You might think your Dry Eyes will prevent you from wearing Contact Lenses, but there are actually quite a few options!
Even if you don’t have dry eye, contact lenses can make your eyes feel dried-out and uncomfortable. So for people living with dry eye disease, contact lenses are often written off as a non-starter.
The truth is that, yes, you can wear contact lenses with dry eyes. You just need to know which products to use and how to alter your habits.
Keep reading to learn more, or check out my video for a detailed explanation.
Why Does Dry Eye Make Contacts so Uncomfortable?
Dry eye disease is a multi-factorial condition that causes the ocular surface (the surface of your eyes) to become inflamed and irritated. Placing a foreign object onto your ocular surface can cause more irritation.
What’s worse is that most monthly contact lenses are made from silicone, which is hydrophobic (water repellant). After a while, the treatment on the lens starts to wear off, causing your ocular surface to dry out even more.
If you stopped wearing contact lenses a long time ago, it’s worth mentioning that a lot has probably changed since then. Contact lens technology progresses very quickly, which means you may have a completely different experience than what you’ve had before.
What Are My Options?
Try Daily Lenses
Monthly lenses tend to get less comfortable every day you wear them because the treatments wear off. I recommend daily disposable contact lenses for patients with dry eye disease. Dailies reduce the amount of build-up on your lenses and are less likely to become hydrophobic.
There are plenty of daily disposable contact lenses available. Personally, my favorites are Dailies Total 1, Precision 1, and Infuse. I even made a video about these recently. Although, the Infuse lens came out after this video was published!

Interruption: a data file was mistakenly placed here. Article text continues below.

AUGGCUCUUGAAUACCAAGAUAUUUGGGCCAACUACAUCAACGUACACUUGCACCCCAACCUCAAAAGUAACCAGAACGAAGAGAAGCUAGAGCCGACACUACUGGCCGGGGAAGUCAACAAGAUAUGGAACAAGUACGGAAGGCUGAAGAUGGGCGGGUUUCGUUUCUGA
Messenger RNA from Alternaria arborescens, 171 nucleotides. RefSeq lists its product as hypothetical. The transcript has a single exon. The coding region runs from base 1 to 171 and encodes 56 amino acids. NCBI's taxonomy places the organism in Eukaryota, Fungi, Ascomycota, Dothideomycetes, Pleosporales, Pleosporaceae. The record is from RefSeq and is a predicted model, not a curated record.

I’d recommend talking to your optometrist about the soft daily lenses that are available to you.
Specialty Contact Lenses
Soft contact lenses aren’t for everyone, especially if your eyes are super dry. There are specialty rigid contact lenses that may work for you though.
Scleral lenses are one option. Rather than resting on your cornea, they rest on the white, less sensitive part of your eye called the sclera. As a result, the lens leaves space between the cornea and the lens, which can be used as a reservoir for artificial tears.
Tips & Tricks
Non-Preserved Eye Drops
Contact lenses, especially soft contact lenses are basically sponges; they’ll absorb anything. Make sure you avoid artificial tears with preservatives, as they could dry your eyes out even more.
Makeup can irritate your eyes in all sorts of ways. I’ve found a makeup brand called Eyes Are the Story that is very gentle and safe for dry eyes. I’ve been wearing their products for a long time and I’d highly recommend them, especially if you have dry eyes.
Watch Your Diet
The way you fuel your body impacts the way it functions. Remember to drink plenty of water and pay attention to what you eat. An anti-inflammatory diet could help reduce your symptoms, so avoiding excess sugar and caffeine is a good place to start.
Don’t Give Up On Contact Lenses Yet
Despite what you may think, there are contact lens options for people living with dry eye disease. All you need is to find the right pair and stock up on the right products to keep them functioning effectively.
Check out these Healthy CL products